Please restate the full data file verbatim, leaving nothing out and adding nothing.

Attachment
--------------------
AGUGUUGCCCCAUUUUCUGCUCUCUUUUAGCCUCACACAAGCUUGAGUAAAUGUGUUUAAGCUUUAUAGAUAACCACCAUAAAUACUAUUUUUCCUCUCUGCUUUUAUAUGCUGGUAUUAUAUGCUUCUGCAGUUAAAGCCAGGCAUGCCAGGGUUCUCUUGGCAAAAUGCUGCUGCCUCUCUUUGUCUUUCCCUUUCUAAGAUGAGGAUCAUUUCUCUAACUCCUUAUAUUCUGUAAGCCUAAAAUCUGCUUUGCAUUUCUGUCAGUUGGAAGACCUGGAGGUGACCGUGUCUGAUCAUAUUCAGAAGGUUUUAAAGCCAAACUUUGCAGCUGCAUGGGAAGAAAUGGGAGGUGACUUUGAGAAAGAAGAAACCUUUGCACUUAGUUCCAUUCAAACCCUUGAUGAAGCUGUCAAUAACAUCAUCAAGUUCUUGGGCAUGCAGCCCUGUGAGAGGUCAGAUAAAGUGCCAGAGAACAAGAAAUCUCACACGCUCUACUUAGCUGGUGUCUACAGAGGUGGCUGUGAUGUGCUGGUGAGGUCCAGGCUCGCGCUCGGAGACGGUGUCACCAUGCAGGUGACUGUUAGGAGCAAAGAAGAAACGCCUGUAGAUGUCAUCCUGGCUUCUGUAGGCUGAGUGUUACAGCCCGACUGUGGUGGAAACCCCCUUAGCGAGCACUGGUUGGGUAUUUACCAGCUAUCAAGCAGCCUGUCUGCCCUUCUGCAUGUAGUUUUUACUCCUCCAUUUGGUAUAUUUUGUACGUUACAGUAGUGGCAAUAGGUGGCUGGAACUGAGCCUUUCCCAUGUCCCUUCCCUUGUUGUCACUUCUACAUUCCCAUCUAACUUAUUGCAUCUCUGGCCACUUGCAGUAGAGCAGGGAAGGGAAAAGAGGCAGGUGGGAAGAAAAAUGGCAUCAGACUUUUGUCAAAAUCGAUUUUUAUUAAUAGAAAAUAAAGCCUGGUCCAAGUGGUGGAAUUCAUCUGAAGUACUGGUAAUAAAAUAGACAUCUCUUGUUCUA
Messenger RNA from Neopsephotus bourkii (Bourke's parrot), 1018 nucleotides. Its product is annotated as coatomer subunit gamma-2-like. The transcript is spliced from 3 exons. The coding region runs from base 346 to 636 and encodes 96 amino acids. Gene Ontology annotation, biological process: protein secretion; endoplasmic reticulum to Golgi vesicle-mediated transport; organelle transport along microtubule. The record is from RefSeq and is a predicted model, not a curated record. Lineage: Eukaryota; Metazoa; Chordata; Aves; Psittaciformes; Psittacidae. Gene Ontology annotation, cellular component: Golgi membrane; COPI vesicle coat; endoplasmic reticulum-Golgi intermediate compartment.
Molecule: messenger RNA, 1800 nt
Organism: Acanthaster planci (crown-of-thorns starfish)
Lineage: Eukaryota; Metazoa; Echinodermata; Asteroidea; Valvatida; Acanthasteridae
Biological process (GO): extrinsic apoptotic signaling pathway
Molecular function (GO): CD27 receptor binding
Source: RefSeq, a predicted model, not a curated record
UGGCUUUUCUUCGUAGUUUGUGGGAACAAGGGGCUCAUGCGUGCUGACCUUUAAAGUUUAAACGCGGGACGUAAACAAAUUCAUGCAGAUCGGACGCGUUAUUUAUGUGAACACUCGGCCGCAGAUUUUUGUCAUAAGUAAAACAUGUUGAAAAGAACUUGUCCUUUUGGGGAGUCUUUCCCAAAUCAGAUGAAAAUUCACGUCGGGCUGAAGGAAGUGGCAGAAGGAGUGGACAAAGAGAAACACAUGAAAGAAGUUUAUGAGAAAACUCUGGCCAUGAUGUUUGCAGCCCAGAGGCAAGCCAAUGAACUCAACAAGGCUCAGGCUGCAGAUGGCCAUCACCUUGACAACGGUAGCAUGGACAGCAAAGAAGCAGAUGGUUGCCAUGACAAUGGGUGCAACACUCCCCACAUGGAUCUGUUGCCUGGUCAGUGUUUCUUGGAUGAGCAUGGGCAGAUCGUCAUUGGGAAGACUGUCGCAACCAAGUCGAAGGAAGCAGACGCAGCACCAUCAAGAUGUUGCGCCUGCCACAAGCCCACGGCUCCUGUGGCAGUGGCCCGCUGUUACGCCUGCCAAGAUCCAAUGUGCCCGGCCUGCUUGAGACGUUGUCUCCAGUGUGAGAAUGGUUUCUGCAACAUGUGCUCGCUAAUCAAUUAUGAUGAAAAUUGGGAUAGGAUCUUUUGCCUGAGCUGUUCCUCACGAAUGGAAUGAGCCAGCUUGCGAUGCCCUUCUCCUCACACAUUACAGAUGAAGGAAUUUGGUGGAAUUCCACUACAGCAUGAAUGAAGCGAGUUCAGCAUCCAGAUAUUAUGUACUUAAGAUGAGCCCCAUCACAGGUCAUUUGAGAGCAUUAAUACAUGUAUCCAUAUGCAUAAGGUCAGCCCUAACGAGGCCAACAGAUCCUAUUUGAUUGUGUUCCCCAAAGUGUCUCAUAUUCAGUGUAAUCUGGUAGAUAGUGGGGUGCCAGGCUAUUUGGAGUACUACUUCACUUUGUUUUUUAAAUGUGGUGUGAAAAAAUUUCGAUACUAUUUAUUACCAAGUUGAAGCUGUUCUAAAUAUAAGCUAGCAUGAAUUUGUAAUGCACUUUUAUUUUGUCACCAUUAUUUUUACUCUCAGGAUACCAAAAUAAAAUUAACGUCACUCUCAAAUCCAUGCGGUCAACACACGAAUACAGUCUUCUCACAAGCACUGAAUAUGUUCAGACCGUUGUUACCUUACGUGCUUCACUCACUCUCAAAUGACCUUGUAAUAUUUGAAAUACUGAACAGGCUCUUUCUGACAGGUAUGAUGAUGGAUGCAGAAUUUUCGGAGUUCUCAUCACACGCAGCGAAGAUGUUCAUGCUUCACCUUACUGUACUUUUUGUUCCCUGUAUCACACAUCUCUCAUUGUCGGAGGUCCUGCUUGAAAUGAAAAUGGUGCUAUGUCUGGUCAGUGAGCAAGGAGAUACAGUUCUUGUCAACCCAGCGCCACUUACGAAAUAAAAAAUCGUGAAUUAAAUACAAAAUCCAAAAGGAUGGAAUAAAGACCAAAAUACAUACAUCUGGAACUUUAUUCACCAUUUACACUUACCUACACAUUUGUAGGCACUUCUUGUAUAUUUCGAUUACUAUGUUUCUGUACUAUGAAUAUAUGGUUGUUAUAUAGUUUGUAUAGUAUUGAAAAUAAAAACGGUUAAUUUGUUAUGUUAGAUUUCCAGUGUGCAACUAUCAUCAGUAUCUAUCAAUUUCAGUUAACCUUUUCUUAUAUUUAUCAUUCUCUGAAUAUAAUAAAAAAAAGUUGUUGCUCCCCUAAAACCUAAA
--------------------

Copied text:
AGUGUUGCCCCAUUUUCUGCUCUCUUUUAGCCUCACACAAGCUUGAGUAAAUGUGUUUAAGCUUUAUAGAUAACCACCAUAAAUACUAUUUUUCCUCUCUGCUUUUAUAUGCUGGUAUUAUAUGCUUCUGCAGUUAAAGCCAGGCAUGCCAGGGUUCUCUUGGCAAAAUGCUGCUGCCUCUCUUUGUCUUUCCCUUUCUAAGAUGAGGAUCAUUUCUCUAACUCCUUAUAUUCUGUAAGCCUAAAAUCUGCUUUGCAUUUCUGUCAGUUGGAAGACCUGGAGGUGACCGUGUCUGAUCAUAUUCAGAAGGUUUUAAAGCCAAACUUUGCAGCUGCAUGGGAAGAAAUGGGAGGUGACUUUGAGAAAGAAGAAACCUUUGCACUUAGUUCCAUUCAAACCCUUGAUGAAGCUGUCAAUAACAUCAUCAAGUUCUUGGGCAUGCAGCCCUGUGAGAGGUCAGAUAAAGUGCCAGAGAACAAGAAAUCUCACACGCUCUACUUAGCUGGUGUCUACAGAGGUGGCUGUGAUGUGCUGGUGAGGUCCAGGCUCGCGCUCGGAGACGGUGUCACCAUGCAGGUGACUGUUAGGAGCAAAGAAGAAACGCCUGUAGAUGUCAUCCUGGCUUCUGUAGGCUGAGUGUUACAGCCCGACUGUGGUGGAAACCCCCUUAGCGAGCACUGGUUGGGUAUUUACCAGCUAUCAAGCAGCCUGUCUGCCCUUCUGCAUGUAGUUUUUACUCCUCCAUUUGGUAUAUUUUGUACGUUACAGUAGUGGCAAUAGGUGGCUGGAACUGAGCCUUUCCCAUGUCCCUUCCCUUGUUGUCACUUCUACAUUCCCAUCUAACUUAUUGCAUCUCUGGCCACUUGCAGUAGAGCAGGGAAGGGAAAAGAGGCAGGUGGGAAGAAAAAUGGCAUCAGACUUUUGUCAAAAUCGAUUUUUAUUAAUAGAAAAUAAAGCCUGGUCCAAGUGGUGGAAUUCAUCUGAAGUACUGGUAAUAAAAUAGACAUCUCUUGUUCUA
Messenger RNA from Neopsephotus bourkii (Bourke's parrot), 1018 nucleotides. Its product is annotated as coatomer subunit gamma-2-like. The transcript is spliced from 3 exons. The coding region runs from base 346 to 636 and encodes 96 amino acids. Gene Ontology annotation, biological process: protein secretion; endoplasmic reticulum to Golgi vesicle-mediated transport; organelle transport along microtubule. The record is from RefSeq and is a predicted model, not a curated record. Lineage: Eukaryota; Metazoa; Chordata; Aves; Psittaciformes; Psittacidae. Gene Ontology annotation, cellular component: Golgi membrane; COPI vesicle coat; endoplasmic reticulum-Golgi intermediate compartment.
Molecule: messenger RNA, 1800 nt
Organism: Acanthaster planci (crown-of-thorns starfish)
Lineage: Eukaryota; Metazoa; Echinodermata; Asteroidea; Valvatida; Acanthasteridae
Biological process (GO): extrinsic apoptotic signaling pathway
Molecular function (GO): CD27 receptor binding
Source: RefSeq, a predicted model, not a curated record
UGGCUUUUCUUCGUAGUUUGUGGGAACAAGGGGCUCAUGCGUGCUGACCUUUAAAGUUUAAACGCGGGACGUAAACAAAUUCAUGCAGAUCGGACGCGUUAUUUAUGUGAACACUCGGCCGCAGAUUUUUGUCAUAAGUAAAACAUGUUGAAAAGAACUUGUCCUUUUGGGGAGUCUUUCCCAAAUCAGAUGAAAAUUCACGUCGGGCUGAAGGAAGUGGCAGAAGGAGUGGACAAAGAGAAACACAUGAAAGAAGUUUAUGAGAAAACUCUGGCCAUGAUGUUUGCAGCCCAGAGGCAAGCCAAUGAACUCAACAAGGCUCAGGCUGCAGAUGGCCAUCACCUUGACAACGGUAGCAUGGACAGCAAAGAAGCAGAUGGUUGCCAUGACAAUGGGUGCAACACUCCCCACAUGGAUCUGUUGCCUGGUCAGUGUUUCUUGGAUGAGCAUGGGCAGAUCGUCAUUGGGAAGACUGUCGCAACCAAGUCGAAGGAAGCAGACGCAGCACCAUCAAGAUGUUGCGCCUGCCACAAGCCCACGGCUCCUGUGGCAGUGGCCCGCUGUUACGCCUGCCAAGAUCCAAUGUGCCCGGCCUGCUUGAGACGUUGUCUCCAGUGUGAGAAUGGUUUCUGCAACAUGUGCUCGCUAAUCAAUUAUGAUGAAAAUUGGGAUAGGAUCUUUUGCCUGAGCUGUUCCUCACGAAUGGAAUGAGCCAGCUUGCGAUGCCCUUCUCCUCACACAUUACAGAUGAAGGAAUUUGGUGGAAUUCCACUACAGCAUGAAUGAAGCGAGUUCAGCAUCCAGAUAUUAUGUACUUAAGAUGAGCCCCAUCACAGGUCAUUUGAGAGCAUUAAUACAUGUAUCCAUAUGCAUAAGGUCAGCCCUAACGAGGCCAACAGAUCCUAUUUGAUUGUGUUCCCCAAAGUGUCUCAUAUUCAGUGUAAUCUGGUAGAUAGUGGGGUGCCAGGCUAUUUGGAGUACUACUUCACUUUGUUUUUUAAAUGUGGUGUGAAAAAAUUUCGAUACUAUUUAUUACCAAGUUGAAGCUGUUCUAAAUAUAAGCUAGCAUGAAUUUGUAAUGCACUUUUAUUUUGUCACCAUUAUUUUUACUCUCAGGAUACCAAAAUAAAAUUAACGUCACUCUCAAAUCCAUGCGGUCAACACACGAAUACAGUCUUCUCACAAGCACUGAAUAUGUUCAGACCGUUGUUACCUUACGUGCUUCACUCACUCUCAAAUGACCUUGUAAUAUUUGAAAUACUGAACAGGCUCUUUCUGACAGGUAUGAUGAUGGAUGCAGAAUUUUCGGAGUUCUCAUCACACGCAGCGAAGAUGUUCAUGCUUCACCUUACUGUACUUUUUGUUCCCUGUAUCACACAUCUCUCAUUGUCGGAGGUCCUGCUUGAAAUGAAAAUGGUGCUAUGUCUGGUCAGUGAGCAAGGAGAUACAGUUCUUGUCAACCCAGCGCCACUUACGAAAUAAAAAAUCGUGAAUUAAAUACAAAAUCCAAAAGGAUGGAAUAAAGACCAAAAUACAUACAUCUGGAACUUUAUUCACCAUUUACACUUACCUACACAUUUGUAGGCACUUCUUGUAUAUUUCGAUUACUAUGUUUCUGUACUAUGAAUAUAUGGUUGUUAUAUAGUUUGUAUAGUAUUGAAAAUAAAAACGGUUAAUUUGUUAUGUUAGAUUUCCAGUGUGCAACUAUCAUCAGUAUCUAUCAAUUUCAGUUAACCUUUUCUUAUAUUUAUCAUUCUCUGAAUAUAAUAAAAAAAAGUUGUUGCUCCCCUAAAACCUAAA